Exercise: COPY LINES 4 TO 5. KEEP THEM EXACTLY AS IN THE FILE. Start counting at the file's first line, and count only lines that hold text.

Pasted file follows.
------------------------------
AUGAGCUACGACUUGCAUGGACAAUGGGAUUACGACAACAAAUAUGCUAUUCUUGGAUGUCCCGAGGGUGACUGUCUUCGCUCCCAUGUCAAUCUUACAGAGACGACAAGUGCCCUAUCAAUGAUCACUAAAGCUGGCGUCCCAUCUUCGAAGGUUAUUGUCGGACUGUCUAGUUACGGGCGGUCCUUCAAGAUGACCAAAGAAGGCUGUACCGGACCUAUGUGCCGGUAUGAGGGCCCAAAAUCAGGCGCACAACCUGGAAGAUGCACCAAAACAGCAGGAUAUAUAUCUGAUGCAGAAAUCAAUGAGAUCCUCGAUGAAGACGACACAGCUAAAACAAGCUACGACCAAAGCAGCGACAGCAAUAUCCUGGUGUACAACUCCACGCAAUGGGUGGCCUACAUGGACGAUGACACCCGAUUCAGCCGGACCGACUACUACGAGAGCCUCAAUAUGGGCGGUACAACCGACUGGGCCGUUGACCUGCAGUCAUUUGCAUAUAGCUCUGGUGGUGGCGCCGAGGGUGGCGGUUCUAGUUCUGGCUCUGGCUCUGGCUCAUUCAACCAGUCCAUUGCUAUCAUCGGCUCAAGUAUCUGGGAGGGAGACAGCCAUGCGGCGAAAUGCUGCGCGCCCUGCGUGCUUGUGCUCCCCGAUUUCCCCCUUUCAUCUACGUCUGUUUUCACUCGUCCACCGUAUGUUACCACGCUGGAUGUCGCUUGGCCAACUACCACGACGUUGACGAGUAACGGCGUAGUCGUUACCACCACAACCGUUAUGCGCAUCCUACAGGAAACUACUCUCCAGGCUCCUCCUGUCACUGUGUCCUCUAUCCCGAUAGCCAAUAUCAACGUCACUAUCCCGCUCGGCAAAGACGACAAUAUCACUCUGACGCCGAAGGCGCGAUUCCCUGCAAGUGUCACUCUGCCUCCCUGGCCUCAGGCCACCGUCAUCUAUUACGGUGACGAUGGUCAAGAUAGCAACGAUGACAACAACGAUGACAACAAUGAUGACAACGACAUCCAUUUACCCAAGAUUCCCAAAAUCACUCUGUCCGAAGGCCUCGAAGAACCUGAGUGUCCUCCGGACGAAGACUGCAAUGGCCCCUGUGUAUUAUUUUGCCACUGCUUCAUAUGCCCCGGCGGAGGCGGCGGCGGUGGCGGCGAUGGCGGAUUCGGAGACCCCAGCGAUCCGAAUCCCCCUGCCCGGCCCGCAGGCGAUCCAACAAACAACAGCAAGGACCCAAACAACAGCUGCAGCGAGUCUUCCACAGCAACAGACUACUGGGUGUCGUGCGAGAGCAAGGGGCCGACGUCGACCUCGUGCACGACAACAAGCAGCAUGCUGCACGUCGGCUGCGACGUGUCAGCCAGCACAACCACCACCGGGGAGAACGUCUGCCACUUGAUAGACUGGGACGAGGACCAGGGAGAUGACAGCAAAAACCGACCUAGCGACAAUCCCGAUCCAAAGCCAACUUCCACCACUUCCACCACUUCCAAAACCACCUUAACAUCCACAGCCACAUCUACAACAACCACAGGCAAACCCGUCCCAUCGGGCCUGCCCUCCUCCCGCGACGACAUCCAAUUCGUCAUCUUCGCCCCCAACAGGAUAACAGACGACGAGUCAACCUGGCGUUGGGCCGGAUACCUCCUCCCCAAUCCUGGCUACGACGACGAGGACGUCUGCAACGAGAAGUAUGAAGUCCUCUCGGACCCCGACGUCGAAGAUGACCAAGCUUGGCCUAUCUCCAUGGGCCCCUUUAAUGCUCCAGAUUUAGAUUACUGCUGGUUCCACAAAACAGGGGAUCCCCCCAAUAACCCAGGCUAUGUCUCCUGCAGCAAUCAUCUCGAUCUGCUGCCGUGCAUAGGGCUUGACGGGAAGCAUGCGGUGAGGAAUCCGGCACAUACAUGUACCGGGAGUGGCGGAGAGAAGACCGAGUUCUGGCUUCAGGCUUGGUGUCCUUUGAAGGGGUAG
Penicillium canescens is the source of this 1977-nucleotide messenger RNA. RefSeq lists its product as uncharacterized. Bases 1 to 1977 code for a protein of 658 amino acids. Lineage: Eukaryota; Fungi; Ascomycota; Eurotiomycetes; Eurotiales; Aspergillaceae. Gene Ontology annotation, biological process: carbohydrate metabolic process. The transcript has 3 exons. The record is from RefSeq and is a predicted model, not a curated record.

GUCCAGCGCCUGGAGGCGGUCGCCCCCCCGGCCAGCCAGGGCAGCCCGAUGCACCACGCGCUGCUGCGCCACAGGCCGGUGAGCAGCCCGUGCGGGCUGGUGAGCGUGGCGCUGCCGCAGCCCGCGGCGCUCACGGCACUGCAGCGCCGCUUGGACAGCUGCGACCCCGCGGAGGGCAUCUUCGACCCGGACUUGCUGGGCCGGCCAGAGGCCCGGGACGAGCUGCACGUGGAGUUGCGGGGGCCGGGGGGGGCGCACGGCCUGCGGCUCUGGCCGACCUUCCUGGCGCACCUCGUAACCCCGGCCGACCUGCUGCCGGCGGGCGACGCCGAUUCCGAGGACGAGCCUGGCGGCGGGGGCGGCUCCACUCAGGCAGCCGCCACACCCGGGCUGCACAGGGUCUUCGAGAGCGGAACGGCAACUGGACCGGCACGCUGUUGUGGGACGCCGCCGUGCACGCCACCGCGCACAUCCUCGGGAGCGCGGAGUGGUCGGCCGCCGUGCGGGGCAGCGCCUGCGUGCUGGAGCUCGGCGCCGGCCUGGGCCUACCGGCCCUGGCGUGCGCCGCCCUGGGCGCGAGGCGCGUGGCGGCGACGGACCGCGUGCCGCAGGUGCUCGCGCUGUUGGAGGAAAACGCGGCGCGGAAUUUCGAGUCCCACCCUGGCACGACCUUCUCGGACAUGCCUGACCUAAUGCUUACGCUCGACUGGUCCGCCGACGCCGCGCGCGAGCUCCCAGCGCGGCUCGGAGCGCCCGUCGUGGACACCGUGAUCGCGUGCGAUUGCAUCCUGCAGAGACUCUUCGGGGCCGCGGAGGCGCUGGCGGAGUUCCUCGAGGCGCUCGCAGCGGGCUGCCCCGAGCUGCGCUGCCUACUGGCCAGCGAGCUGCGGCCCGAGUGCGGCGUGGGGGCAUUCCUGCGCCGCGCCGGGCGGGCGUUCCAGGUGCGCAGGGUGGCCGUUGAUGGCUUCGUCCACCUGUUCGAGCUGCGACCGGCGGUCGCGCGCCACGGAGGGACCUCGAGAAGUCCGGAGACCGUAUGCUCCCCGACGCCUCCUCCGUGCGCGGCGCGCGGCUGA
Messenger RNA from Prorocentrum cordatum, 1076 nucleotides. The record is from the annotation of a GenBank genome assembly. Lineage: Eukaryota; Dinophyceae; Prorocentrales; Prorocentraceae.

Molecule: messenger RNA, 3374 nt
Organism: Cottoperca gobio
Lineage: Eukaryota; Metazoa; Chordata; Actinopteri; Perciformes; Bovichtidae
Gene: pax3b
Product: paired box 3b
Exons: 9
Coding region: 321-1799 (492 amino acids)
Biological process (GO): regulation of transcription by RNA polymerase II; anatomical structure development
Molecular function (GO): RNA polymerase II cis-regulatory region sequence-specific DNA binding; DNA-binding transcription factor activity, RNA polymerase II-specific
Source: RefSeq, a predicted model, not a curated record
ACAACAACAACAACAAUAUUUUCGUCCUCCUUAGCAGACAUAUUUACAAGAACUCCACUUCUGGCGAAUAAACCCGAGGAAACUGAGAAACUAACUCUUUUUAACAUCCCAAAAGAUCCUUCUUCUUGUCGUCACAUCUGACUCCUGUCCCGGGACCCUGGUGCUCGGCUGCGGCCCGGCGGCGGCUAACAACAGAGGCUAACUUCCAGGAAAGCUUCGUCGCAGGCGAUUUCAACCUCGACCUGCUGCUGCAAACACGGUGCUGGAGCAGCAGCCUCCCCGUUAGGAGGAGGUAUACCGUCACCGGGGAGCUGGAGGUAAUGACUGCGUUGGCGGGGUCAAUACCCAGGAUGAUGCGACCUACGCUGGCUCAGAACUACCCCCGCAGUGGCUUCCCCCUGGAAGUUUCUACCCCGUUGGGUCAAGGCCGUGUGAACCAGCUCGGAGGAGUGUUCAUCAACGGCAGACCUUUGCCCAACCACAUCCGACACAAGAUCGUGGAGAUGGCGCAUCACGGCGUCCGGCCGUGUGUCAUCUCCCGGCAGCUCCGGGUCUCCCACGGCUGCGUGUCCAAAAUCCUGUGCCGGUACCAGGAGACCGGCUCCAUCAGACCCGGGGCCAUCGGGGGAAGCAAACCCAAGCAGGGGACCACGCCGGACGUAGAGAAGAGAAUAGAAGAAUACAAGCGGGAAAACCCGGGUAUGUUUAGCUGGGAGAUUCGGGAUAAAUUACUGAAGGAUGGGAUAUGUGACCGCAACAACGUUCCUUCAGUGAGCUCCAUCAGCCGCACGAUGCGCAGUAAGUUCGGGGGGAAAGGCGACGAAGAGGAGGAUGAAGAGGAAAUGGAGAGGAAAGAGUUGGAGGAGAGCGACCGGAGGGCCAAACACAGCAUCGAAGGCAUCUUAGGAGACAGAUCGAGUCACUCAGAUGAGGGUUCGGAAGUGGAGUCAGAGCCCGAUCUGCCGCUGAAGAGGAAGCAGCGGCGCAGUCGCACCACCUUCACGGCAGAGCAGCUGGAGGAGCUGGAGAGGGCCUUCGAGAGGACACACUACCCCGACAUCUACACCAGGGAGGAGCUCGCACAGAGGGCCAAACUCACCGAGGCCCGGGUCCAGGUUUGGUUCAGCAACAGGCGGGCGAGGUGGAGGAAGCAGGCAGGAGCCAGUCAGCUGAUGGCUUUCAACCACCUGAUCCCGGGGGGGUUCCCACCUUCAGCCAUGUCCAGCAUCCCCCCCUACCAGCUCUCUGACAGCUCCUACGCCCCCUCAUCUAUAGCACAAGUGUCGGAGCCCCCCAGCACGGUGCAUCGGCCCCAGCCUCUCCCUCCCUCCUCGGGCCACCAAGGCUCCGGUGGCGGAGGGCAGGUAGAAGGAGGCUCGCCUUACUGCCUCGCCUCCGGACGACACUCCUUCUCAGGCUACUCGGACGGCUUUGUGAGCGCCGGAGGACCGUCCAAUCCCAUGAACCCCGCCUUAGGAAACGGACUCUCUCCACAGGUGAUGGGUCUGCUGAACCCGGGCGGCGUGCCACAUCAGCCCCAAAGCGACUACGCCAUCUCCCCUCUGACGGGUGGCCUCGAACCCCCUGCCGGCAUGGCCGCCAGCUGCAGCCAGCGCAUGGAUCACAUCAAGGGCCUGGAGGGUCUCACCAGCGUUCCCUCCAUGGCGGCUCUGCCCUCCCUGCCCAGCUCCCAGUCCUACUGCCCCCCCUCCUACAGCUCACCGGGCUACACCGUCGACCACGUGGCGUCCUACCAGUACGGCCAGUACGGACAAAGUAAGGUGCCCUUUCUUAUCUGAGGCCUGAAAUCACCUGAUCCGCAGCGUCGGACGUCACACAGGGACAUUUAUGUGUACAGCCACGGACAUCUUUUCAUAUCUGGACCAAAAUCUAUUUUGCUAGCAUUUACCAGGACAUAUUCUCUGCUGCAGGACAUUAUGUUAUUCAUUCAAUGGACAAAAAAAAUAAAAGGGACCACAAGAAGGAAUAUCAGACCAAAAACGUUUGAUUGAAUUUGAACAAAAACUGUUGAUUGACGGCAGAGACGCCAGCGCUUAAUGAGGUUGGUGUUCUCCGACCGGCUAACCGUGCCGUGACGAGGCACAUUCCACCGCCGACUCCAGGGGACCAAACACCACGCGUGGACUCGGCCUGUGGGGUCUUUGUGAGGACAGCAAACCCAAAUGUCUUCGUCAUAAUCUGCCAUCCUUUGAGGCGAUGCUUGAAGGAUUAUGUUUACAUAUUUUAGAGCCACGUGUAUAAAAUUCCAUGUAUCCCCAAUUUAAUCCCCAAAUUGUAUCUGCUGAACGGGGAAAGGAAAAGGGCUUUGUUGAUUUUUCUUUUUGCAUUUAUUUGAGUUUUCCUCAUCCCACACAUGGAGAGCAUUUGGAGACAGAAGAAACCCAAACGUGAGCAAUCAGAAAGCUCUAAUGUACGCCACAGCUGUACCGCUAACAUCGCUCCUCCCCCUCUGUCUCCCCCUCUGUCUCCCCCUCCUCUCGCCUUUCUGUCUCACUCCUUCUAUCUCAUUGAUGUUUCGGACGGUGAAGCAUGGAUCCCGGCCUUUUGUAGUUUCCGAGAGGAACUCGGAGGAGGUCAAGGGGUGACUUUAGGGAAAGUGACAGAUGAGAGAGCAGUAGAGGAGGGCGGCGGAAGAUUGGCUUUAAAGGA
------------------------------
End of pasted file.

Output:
Messenger RNA from Prorocentrum cordatum, 1076 nucleotides. The record is from the annotation of a GenBank genome assembly. Lineage: Eukaryota; Dinophyceae; Prorocentrales; Prorocentraceae.

Molecule: messenger RNA, 3374 nt